But, you don’t need to meet all of them. You’re only going to hire one, so any information you leak to the others you don’t hire is just going to reach the ears of potential buyers. Just choose the 2-3 brokers who seem most active and meet them.

2. Never tell any broker what you’re hoping to get for the property.

At the meeting, called a “listing presentation”, the broker will ask you what you think your property is worth. This is a dangerous question.

If your number is below the broker’s estimate of the market value, then the broker is just going to agree with you, knowing that it will be an easy sale (which is good for him but bad for you). If your number is above the broker’s estimate of the market value, he’s also going to agree with you, because he knows you’re unlikely to hire someone who tells you your property is less valuable than you think it is. It takes an VERY confident broker to tell you your price is too high; these are rare birds.

So, when the broker asks you what you think your place is worth, just turn the question around and ask him what he thinks. Do this with a few brokers and you’ll get a pretty good sense for the actual market value. Then you can decide whether you’re a seller at that price.

Even when you’ve chosen a broker, don’t give him your real bottom line number! Take whatever you think your bottom line is and add 3-5%. Your listing broker will hustle to try to get whatever number you tell him (as long as it’s reasonable), so you might as well be a bit high so there’s room to come down if necessary.

3. Don’t let anyone buy the deal

“Buying the deal” is broker-speak for coming in and telling a client a high value for their property, hoping to get the listing by appealing to the client’s greed. The broker who does this knows that the property won’t sell at the price he’s quoting. But he’s hoping that you’ll get some low-ball offers and agree to lower the price. Then he’ll get his commission.

I once let a broker buy a deal from me. She told me my duplex in a somewhat crappy part of Silver Lake was worth $100k more than the other brokers quoted. I liked the other brokers more, but I went with her because I was greedy. The property sat on the market for weeks with no action. Finally, I called her to tell her to cut the price. She suggested cutting it by $50k. I cut it by $100k, to the price the other guys had suggested. We got a bunch of offers, bid them back up by around $50k and it sold. I can tell you I was not very happy to pay her a commission on the deal, because I was the one whose strategy sold the property! I’d never use her again.

Understand that the real price will probably end up somewhere in the range between the highest price a broker quotes you and the lowest.

4. Check references

Ask each of the brokers with whom you meet for contact info for some recent clients. Actually call them and listen to what they say about their experience with the brokers. Eliminate anyone whose references aren’t stellar. After all, you let them choose the references; if they can’t find good ones, there probably aren’t any!

5. Select the broker you actually like most

You’re going to be spending a lot of time with whomever you choose. There will be high pressure moments. You may disagree about tactics. The broker will be your sole conduit for information to / from the buyers. All of this is much easier if you fundamentally like and trust the person who represents you. So let your gut guide you to the right broker from among the remaining candidates. But…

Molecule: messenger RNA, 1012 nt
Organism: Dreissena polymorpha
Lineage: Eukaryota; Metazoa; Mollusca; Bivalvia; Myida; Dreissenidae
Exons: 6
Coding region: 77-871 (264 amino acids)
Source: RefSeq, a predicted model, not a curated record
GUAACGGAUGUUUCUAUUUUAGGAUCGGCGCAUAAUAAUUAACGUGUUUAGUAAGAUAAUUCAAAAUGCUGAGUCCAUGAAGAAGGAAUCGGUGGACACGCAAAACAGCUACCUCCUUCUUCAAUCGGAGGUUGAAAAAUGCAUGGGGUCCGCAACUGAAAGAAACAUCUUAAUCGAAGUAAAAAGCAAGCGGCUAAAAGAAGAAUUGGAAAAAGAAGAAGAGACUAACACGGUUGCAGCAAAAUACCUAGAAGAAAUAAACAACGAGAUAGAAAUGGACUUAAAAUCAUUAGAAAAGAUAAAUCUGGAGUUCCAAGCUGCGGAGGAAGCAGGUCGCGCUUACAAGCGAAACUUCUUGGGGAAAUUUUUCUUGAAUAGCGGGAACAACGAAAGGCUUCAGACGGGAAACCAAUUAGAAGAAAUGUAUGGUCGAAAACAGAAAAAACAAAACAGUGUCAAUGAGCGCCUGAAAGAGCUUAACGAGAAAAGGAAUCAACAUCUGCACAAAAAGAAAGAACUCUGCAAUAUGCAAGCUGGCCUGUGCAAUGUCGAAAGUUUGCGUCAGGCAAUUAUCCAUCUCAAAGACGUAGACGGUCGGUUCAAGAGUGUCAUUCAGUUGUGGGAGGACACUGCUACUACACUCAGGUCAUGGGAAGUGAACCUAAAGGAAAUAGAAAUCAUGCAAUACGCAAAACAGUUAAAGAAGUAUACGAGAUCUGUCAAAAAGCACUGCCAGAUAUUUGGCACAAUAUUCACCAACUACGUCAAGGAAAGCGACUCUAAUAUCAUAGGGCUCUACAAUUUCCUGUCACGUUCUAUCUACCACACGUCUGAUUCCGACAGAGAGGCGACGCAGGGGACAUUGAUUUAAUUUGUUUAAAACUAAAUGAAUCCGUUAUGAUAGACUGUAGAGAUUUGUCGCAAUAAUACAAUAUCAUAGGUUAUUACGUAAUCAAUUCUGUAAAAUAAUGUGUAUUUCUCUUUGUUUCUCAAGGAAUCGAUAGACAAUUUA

6. Commissions are negotiable

So don’t tell him you’re hiring him, yet. Have the commission negotiation first! Tell your chosen broker you’re considering hiring him but you want to talk commissions, first. Then ask him what he wants to charge.

If it’s LA, he’ll probably quote the standard rate, which is 6%. For a smaller property, say one worth less than $300k, I wouldn’t push on this number. You want the listing agent and the buyers’ agents to smell enough commission money to make it worth their while to show your property. Going too low will cause them to move along.

For larger properties, you can negotiate, to a point. Here’s what I like to do: I like to offer the listing broker 5% if they have to split the commission with an agent for the buyer or 4% if they represent both buyer and seller. This way, if they have to split the commission, they’re still doing pretty well. And if they double-end it (that’s what it’s called when they represent both parties to a deal), they make a lot of money anyway and you get a slightly better deal.

7. Remember that the broker is there to close the deal, not get you the absolute best price.

The commission for a broker selling a $500,000 house and splitting the 5% with a buyer’s broker is $12,5000. I can guarantee you he does not care that much about a $10,000 price move in either direction, since it’s only worth $250 to him. So, when the buyers start to haggle and the broker pushes you to lower the price for them, remember that he’s not particularly incentivized to fight for every last penny for you.

This is not necessarily a bad thing. It’s possible to blow a deal over a relatively small amount of money and that’s usually a dumb thing to do. The broker’s job is to be the advocate for getting a deal done. You need to remember to be the advocate for getting the highest price. How you and your broker manage this tension will go a long way to determining whether you are satisfied with the outcome of your sale.